Nova Scotia, Canada — While snow is still falling, grass and forest fire season is not far away and staffers at the Department of Natural Resources want to see the loss of land to fire drop again, as it did last year.
Department statistics show that the 393 wildland fires represented a 70 per cent increase from the previous year, but only 711 hectares were lost.
Thats compared with 234 fires and 1,576 hectares in 2006.
The 10-year average is 325.5 fires and 779 hectares.
Late March is the unofficial start of the fire season, when many people head outside to burn off fields or patches of grass before they require permits to do so.
While some people still think this is part of a spring ritual or is needed for good field growth, department spokeswoman Diane LeBlanc says thats not the case
“We discourage the practice,” she said in a recent interview. “Its not particularly beneficial to the ground.”
Burning leaves is illegal, and while branches and brush may be burned, Ms. LeBlanc said that should happen in the winter, when good snow cover prevents the easy spread of fire.
A better strategy, she said, is to plow them under or compost them to help the soil and future growth.
If you are going to do some kind of burning, you need the appropriate permit from department or your municipality after April 1, and some municipalities dont allow burning within their limits.
Anyone doing so also needs to have firefighting equipment nearby, whether it is a garden hose, fire extinguisher or shovel. Permits also require that fires be monitored at all times because they can spread quickly, even in the early spring.
“Within hours of snow melting, the dead grass becomes very flammable,” Ms. LeBlanc said.
“People think the ground is damp, but its not, and fire can jump patches of snow.”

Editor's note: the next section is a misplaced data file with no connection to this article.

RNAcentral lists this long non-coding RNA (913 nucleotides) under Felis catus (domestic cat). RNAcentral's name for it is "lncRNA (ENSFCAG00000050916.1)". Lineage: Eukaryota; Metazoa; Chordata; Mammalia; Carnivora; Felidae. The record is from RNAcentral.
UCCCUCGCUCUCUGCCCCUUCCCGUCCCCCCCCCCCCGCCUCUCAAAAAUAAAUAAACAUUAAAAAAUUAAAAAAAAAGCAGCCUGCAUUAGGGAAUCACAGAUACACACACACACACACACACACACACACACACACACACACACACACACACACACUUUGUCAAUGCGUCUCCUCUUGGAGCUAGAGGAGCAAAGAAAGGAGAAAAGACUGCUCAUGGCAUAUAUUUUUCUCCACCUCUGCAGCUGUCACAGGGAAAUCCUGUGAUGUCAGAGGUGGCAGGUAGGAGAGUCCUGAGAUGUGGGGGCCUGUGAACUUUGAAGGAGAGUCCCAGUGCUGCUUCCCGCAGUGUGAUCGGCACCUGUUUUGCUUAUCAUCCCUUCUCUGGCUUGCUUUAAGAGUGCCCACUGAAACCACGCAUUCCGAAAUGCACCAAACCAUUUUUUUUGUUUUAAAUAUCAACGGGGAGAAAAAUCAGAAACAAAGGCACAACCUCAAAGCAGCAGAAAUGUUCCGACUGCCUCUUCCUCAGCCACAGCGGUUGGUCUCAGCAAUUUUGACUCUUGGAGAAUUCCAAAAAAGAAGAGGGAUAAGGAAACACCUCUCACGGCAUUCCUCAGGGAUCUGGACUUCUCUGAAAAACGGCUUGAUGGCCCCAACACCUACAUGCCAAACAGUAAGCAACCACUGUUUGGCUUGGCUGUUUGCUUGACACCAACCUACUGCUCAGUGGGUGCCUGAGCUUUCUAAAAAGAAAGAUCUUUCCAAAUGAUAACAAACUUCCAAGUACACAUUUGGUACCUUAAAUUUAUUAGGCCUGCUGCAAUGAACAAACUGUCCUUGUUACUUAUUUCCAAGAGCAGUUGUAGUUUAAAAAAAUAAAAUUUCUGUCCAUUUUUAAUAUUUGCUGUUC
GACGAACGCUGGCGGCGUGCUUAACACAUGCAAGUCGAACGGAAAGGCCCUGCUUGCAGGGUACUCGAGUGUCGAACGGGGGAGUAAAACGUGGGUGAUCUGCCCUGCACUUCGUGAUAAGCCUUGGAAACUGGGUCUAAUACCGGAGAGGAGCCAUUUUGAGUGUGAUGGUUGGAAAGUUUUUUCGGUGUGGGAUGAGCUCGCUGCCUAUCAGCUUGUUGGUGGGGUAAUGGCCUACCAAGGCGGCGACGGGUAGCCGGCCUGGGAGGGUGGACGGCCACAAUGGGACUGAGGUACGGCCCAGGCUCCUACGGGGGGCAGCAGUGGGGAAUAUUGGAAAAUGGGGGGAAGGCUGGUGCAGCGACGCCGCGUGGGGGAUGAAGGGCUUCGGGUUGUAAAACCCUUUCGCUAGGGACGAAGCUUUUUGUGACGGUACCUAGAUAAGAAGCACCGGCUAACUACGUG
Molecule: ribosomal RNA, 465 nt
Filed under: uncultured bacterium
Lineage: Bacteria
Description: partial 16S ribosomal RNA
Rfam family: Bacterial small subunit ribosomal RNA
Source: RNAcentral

She said the burning of grass and runaway fires in fields can destroy unseen habitats for creatures such as mice and voles, and can also spread and cause more damage.
“Its not just habitat; its buildings and forest,” she said.
Last years reduced losses were thanks largely to the efforts of firefighters from Natural Resources and from municipalities across the province, the department said.
The high number of fires last year was mostly due to a dry spring and human activities, said Robert Uttaro, supervisor of fire management for the department.
“Before the vegetation greens up later in May or early June, grasses and forest fuels are in a very dry state and at high risk of fire,” he said.
“After green-up, the woods stay lush until dry weather conditions remove moisture from forest fuels.”
April and May, after the snow melts and before the woodlands get green, are the highest-risk months for fire. Last year, 319 of the 393 fires occurred during those months.
Last year also saw an increase in arson, with 152 fires destroying 293 hectares. The previous year, there were 61 reported arson fires.
Arson was a real problem around Sydney River last spring and accounted for almost one-third of all fires and one-quarter of the total land loss in Cape Breton County.
Department statistics show the second biggest cause was residential sources, with 133 fires burning 186 hectares. Many of those fires were ignited by people burning garbage, brush piles or grasslands.